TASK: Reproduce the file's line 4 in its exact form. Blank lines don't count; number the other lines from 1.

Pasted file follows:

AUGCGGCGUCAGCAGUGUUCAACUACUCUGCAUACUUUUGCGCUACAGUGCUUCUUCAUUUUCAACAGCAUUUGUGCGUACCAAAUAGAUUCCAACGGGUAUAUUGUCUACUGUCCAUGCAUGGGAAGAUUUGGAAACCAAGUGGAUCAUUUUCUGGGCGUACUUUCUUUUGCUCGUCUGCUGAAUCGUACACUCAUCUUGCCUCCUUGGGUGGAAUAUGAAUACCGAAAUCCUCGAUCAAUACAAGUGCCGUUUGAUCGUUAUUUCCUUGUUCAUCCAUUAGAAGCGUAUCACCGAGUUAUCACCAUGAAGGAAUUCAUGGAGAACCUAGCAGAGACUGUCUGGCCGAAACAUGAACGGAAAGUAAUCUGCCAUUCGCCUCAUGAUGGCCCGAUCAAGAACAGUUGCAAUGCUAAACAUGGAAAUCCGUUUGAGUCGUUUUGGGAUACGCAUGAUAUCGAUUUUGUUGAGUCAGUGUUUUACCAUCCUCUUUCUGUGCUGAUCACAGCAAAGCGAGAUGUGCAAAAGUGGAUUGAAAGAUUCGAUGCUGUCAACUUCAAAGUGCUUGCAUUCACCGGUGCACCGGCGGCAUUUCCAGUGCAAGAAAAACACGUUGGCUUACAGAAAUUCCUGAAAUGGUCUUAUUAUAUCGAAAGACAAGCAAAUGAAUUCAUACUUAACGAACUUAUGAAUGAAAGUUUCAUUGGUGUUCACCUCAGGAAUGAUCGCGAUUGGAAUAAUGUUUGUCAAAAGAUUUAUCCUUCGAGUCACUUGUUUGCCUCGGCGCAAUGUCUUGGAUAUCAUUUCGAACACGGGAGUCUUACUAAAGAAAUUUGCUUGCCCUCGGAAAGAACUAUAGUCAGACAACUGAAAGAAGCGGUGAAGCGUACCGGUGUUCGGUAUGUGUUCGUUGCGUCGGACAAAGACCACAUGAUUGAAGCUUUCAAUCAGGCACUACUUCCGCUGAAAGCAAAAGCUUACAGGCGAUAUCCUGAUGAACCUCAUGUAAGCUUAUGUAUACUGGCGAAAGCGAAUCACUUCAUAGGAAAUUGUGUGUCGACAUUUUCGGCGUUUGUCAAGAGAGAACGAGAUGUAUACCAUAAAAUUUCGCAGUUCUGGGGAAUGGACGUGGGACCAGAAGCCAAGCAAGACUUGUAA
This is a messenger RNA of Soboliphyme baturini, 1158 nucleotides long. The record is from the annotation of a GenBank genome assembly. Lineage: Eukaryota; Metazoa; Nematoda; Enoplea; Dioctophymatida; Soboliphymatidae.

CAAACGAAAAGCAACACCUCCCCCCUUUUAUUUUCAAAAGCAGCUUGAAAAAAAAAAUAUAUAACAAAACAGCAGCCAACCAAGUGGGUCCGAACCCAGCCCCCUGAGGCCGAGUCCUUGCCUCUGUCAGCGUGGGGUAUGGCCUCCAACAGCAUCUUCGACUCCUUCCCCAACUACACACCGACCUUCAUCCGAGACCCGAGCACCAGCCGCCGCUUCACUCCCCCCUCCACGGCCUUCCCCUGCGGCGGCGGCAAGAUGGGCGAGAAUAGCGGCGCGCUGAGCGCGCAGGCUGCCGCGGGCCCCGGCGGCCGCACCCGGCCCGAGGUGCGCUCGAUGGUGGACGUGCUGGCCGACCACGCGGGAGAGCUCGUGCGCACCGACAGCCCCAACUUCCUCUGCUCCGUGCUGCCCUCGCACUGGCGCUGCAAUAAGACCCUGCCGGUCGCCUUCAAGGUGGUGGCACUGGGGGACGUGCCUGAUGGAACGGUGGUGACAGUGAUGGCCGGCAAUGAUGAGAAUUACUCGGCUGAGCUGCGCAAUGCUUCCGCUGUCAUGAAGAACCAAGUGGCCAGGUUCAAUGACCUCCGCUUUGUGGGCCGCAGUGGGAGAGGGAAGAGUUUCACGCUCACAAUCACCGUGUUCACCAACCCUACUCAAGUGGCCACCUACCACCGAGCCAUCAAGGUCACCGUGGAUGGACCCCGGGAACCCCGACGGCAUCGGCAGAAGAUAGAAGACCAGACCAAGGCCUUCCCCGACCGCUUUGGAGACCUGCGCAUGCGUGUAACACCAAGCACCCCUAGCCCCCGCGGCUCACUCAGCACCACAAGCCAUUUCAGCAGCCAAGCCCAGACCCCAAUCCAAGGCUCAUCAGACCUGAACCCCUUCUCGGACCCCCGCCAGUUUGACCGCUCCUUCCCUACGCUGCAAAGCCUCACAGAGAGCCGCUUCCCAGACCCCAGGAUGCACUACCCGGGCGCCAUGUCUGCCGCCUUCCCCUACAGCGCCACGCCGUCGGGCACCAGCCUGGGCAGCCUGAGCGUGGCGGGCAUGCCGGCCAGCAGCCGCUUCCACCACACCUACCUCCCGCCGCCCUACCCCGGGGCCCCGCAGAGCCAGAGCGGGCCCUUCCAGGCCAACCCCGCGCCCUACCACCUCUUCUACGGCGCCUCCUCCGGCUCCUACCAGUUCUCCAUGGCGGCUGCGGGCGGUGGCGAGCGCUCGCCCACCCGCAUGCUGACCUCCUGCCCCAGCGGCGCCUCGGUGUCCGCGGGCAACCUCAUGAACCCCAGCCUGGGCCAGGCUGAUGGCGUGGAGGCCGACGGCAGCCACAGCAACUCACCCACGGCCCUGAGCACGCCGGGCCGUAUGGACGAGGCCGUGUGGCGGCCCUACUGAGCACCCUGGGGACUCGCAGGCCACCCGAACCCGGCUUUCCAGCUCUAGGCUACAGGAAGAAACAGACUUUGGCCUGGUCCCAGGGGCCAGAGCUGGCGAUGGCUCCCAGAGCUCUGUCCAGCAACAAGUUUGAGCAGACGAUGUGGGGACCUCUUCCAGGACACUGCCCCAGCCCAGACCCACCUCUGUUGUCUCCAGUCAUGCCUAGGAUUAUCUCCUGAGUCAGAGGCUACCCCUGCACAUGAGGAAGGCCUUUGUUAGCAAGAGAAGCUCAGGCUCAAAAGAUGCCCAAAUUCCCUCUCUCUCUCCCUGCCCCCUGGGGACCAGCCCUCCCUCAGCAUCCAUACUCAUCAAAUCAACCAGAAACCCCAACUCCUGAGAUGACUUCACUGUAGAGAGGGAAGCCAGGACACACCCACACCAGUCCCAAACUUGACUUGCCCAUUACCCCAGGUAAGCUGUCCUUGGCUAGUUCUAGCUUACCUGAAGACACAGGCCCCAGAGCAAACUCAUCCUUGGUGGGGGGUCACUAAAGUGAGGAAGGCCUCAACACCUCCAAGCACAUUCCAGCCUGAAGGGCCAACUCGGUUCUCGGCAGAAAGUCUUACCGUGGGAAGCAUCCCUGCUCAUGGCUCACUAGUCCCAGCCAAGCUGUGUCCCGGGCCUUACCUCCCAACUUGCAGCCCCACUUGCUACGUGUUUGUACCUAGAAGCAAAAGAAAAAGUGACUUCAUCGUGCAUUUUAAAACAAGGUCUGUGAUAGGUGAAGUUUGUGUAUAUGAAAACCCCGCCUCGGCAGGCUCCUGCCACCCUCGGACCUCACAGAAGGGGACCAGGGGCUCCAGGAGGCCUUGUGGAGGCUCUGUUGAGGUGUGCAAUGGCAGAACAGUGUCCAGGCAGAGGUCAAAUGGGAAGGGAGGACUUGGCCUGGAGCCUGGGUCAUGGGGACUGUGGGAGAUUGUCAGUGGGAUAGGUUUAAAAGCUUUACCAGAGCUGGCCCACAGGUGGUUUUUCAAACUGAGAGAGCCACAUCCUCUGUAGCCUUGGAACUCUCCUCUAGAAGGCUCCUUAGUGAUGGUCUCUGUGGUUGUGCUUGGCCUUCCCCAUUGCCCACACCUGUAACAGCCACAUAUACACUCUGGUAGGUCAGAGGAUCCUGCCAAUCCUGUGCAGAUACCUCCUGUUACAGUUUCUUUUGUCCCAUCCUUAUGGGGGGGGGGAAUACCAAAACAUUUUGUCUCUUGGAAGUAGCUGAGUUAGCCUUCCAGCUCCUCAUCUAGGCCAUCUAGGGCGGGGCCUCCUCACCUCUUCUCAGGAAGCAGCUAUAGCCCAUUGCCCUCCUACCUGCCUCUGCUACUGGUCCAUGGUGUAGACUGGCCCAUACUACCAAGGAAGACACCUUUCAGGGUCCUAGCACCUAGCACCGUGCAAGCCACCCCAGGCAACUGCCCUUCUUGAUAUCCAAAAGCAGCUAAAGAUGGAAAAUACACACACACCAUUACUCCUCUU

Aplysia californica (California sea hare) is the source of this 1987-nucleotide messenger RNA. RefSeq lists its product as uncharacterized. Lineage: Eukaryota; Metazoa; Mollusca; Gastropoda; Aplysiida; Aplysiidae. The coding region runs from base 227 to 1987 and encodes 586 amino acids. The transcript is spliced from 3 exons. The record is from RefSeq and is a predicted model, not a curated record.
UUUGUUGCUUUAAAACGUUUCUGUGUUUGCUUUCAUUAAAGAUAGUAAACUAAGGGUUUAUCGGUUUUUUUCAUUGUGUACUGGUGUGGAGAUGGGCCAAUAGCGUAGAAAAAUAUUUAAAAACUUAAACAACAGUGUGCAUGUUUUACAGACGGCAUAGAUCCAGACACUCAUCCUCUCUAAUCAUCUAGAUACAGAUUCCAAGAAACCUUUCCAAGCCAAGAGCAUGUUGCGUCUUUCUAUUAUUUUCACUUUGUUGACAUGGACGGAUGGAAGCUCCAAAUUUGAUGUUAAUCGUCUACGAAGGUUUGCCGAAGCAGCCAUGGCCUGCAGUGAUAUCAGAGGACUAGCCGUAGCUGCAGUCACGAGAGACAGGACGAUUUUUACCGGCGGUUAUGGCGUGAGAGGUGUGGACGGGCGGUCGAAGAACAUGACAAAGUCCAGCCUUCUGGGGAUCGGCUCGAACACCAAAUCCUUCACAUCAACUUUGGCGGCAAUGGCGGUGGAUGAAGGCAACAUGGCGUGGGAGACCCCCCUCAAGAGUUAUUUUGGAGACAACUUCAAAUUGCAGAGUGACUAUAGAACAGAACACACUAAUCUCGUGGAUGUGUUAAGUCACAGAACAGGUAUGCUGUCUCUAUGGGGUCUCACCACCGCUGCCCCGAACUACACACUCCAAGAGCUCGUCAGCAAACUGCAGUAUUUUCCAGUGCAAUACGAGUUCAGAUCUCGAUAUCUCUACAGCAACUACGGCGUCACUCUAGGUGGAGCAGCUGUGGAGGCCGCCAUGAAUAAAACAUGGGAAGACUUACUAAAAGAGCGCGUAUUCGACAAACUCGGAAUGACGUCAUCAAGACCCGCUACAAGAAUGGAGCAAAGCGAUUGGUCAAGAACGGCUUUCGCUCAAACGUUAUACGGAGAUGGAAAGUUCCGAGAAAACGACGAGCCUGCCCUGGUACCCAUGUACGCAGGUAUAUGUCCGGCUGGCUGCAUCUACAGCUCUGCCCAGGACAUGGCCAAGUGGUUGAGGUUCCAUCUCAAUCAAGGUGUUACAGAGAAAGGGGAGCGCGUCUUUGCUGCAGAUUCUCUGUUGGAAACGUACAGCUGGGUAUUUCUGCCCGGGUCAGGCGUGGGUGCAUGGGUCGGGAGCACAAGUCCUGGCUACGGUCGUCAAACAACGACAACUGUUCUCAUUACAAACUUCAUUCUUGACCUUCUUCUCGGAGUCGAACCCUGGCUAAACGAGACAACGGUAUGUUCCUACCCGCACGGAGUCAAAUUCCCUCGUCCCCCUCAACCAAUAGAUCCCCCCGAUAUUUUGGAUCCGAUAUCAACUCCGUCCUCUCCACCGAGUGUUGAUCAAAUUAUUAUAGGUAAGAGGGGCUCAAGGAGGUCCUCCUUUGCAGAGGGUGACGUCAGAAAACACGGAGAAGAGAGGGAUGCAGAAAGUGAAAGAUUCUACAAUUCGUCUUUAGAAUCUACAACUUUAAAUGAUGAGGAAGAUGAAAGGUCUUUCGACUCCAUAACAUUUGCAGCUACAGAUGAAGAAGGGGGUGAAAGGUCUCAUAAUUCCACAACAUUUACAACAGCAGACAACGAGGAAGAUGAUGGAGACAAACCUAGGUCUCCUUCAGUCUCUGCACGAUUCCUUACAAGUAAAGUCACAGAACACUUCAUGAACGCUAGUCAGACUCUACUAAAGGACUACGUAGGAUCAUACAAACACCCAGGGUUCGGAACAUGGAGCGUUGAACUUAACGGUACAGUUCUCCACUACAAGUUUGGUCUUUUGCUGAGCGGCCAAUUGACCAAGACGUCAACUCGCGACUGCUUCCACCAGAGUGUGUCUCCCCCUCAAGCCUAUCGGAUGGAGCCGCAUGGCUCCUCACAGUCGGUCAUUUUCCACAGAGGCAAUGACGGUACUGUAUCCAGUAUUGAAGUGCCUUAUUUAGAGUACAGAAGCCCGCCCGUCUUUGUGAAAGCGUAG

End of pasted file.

Aplysia californica (California sea hare) is the source of this 1987-nucleotide messenger RNA. RefSeq lists its product as uncharacterized. Lineage: Eukaryota; Metazoa; Mollusca; Gastropoda; Aplysiida; Aplysiidae. The coding region runs from base 227 to 1987 and encodes 586 amino acids. The transcript is spliced from 3 exons. The record is from RefSeq and is a predicted model, not a curated record.